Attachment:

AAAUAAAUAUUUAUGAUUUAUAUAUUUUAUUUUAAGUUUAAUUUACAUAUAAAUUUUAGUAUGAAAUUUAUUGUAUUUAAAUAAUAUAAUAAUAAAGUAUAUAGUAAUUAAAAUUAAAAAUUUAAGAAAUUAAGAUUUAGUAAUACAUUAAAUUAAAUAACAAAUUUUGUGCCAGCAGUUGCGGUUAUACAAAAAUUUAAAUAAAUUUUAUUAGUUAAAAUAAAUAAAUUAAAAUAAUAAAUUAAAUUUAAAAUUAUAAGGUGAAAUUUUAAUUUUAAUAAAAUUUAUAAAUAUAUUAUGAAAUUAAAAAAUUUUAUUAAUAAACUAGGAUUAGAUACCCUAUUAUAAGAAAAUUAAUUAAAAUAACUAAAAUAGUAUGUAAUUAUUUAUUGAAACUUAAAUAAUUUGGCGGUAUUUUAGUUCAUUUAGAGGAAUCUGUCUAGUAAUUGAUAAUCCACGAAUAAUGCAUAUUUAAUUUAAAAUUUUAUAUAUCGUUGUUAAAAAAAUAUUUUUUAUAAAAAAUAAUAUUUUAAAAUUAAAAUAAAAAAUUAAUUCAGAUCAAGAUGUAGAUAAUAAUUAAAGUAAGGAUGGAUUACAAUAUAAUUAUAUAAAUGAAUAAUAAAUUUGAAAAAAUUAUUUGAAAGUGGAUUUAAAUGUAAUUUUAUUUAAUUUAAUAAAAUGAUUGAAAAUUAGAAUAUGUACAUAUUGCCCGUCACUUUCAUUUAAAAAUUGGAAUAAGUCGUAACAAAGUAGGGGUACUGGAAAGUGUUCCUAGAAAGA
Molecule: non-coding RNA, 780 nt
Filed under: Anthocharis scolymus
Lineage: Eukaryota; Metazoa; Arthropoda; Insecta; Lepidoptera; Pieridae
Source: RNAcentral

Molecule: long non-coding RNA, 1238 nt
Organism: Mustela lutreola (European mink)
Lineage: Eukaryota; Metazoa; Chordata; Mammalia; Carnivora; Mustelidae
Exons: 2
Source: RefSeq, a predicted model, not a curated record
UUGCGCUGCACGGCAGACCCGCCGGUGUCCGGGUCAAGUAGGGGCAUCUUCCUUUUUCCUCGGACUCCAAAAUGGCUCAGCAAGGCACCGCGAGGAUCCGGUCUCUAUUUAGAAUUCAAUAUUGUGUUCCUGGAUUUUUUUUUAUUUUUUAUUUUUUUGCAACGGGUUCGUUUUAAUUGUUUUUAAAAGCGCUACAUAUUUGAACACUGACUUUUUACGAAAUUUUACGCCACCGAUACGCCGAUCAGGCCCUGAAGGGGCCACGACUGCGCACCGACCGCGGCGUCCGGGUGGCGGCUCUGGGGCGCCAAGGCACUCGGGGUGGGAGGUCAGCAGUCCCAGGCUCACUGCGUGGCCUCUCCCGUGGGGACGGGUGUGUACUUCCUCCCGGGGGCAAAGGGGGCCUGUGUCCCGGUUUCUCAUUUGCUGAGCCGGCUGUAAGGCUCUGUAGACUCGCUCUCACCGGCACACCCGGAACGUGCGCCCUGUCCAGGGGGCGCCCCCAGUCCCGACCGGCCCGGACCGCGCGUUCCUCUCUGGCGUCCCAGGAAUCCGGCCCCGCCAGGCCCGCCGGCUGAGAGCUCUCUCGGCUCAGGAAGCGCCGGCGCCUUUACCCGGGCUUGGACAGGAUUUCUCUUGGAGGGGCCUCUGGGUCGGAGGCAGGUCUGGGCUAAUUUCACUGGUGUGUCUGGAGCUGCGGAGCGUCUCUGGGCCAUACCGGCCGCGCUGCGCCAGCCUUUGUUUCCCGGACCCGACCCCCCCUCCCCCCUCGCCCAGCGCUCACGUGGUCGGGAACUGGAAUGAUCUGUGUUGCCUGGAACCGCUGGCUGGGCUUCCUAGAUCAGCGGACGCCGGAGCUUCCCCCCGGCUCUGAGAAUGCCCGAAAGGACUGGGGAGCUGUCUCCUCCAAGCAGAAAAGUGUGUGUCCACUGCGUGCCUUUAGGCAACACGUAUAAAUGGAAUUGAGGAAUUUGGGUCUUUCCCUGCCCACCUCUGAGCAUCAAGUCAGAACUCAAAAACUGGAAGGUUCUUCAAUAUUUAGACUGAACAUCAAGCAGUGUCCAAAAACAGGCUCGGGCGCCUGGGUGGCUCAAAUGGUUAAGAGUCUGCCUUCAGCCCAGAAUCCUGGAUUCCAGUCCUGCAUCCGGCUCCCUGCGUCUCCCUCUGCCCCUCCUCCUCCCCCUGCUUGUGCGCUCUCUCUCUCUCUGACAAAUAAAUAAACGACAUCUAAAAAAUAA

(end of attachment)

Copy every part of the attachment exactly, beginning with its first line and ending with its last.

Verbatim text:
AAAUAAAUAUUUAUGAUUUAUAUAUUUUAUUUUAAGUUUAAUUUACAUAUAAAUUUUAGUAUGAAAUUUAUUGUAUUUAAAUAAUAUAAUAAUAAAGUAUAUAGUAAUUAAAAUUAAAAAUUUAAGAAAUUAAGAUUUAGUAAUACAUUAAAUUAAAUAACAAAUUUUGUGCCAGCAGUUGCGGUUAUACAAAAAUUUAAAUAAAUUUUAUUAGUUAAAAUAAAUAAAUUAAAAUAAUAAAUUAAAUUUAAAAUUAUAAGGUGAAAUUUUAAUUUUAAUAAAAUUUAUAAAUAUAUUAUGAAAUUAAAAAAUUUUAUUAAUAAACUAGGAUUAGAUACCCUAUUAUAAGAAAAUUAAUUAAAAUAACUAAAAUAGUAUGUAAUUAUUUAUUGAAACUUAAAUAAUUUGGCGGUAUUUUAGUUCAUUUAGAGGAAUCUGUCUAGUAAUUGAUAAUCCACGAAUAAUGCAUAUUUAAUUUAAAAUUUUAUAUAUCGUUGUUAAAAAAAUAUUUUUUAUAAAAAAUAAUAUUUUAAAAUUAAAAUAAAAAAUUAAUUCAGAUCAAGAUGUAGAUAAUAAUUAAAGUAAGGAUGGAUUACAAUAUAAUUAUAUAAAUGAAUAAUAAAUUUGAAAAAAUUAUUUGAAAGUGGAUUUAAAUGUAAUUUUAUUUAAUUUAAUAAAAUGAUUGAAAAUUAGAAUAUGUACAUAUUGCCCGUCACUUUCAUUUAAAAAUUGGAAUAAGUCGUAACAAAGUAGGGGUACUGGAAAGUGUUCCUAGAAAGA
Molecule: non-coding RNA, 780 nt
Filed under: Anthocharis scolymus
Lineage: Eukaryota; Metazoa; Arthropoda; Insecta; Lepidoptera; Pieridae
Source: RNAcentral

Molecule: long non-coding RNA, 1238 nt
Organism: Mustela lutreola (European mink)
Lineage: Eukaryota; Metazoa; Chordata; Mammalia; Carnivora; Mustelidae
Exons: 2
Source: RefSeq, a predicted model, not a curated record
UUGCGCUGCACGGCAGACCCGCCGGUGUCCGGGUCAAGUAGGGGCAUCUUCCUUUUUCCUCGGACUCCAAAAUGGCUCAGCAAGGCACCGCGAGGAUCCGGUCUCUAUUUAGAAUUCAAUAUUGUGUUCCUGGAUUUUUUUUUAUUUUUUAUUUUUUUGCAACGGGUUCGUUUUAAUUGUUUUUAAAAGCGCUACAUAUUUGAACACUGACUUUUUACGAAAUUUUACGCCACCGAUACGCCGAUCAGGCCCUGAAGGGGCCACGACUGCGCACCGACCGCGGCGUCCGGGUGGCGGCUCUGGGGCGCCAAGGCACUCGGGGUGGGAGGUCAGCAGUCCCAGGCUCACUGCGUGGCCUCUCCCGUGGGGACGGGUGUGUACUUCCUCCCGGGGGCAAAGGGGGCCUGUGUCCCGGUUUCUCAUUUGCUGAGCCGGCUGUAAGGCUCUGUAGACUCGCUCUCACCGGCACACCCGGAACGUGCGCCCUGUCCAGGGGGCGCCCCCAGUCCCGACCGGCCCGGACCGCGCGUUCCUCUCUGGCGUCCCAGGAAUCCGGCCCCGCCAGGCCCGCCGGCUGAGAGCUCUCUCGGCUCAGGAAGCGCCGGCGCCUUUACCCGGGCUUGGACAGGAUUUCUCUUGGAGGGGCCUCUGGGUCGGAGGCAGGUCUGGGCUAAUUUCACUGGUGUGUCUGGAGCUGCGGAGCGUCUCUGGGCCAUACCGGCCGCGCUGCGCCAGCCUUUGUUUCCCGGACCCGACCCCCCCUCCCCCCUCGCCCAGCGCUCACGUGGUCGGGAACUGGAAUGAUCUGUGUUGCCUGGAACCGCUGGCUGGGCUUCCUAGAUCAGCGGACGCCGGAGCUUCCCCCCGGCUCUGAGAAUGCCCGAAAGGACUGGGGAGCUGUCUCCUCCAAGCAGAAAAGUGUGUGUCCACUGCGUGCCUUUAGGCAACACGUAUAAAUGGAAUUGAGGAAUUUGGGUCUUUCCCUGCCCACCUCUGAGCAUCAAGUCAGAACUCAAAAACUGGAAGGUUCUUCAAUAUUUAGACUGAACAUCAAGCAGUGUCCAAAAACAGGCUCGGGCGCCUGGGUGGCUCAAAUGGUUAAGAGUCUGCCUUCAGCCCAGAAUCCUGGAUUCCAGUCCUGCAUCCGGCUCCCUGCGUCUCCCUCUGCCCCUCCUCCUCCCCCUGCUUGUGCGCUCUCUCUCUCUCUGACAAAUAAAUAAACGACAUCUAAAAAAUAA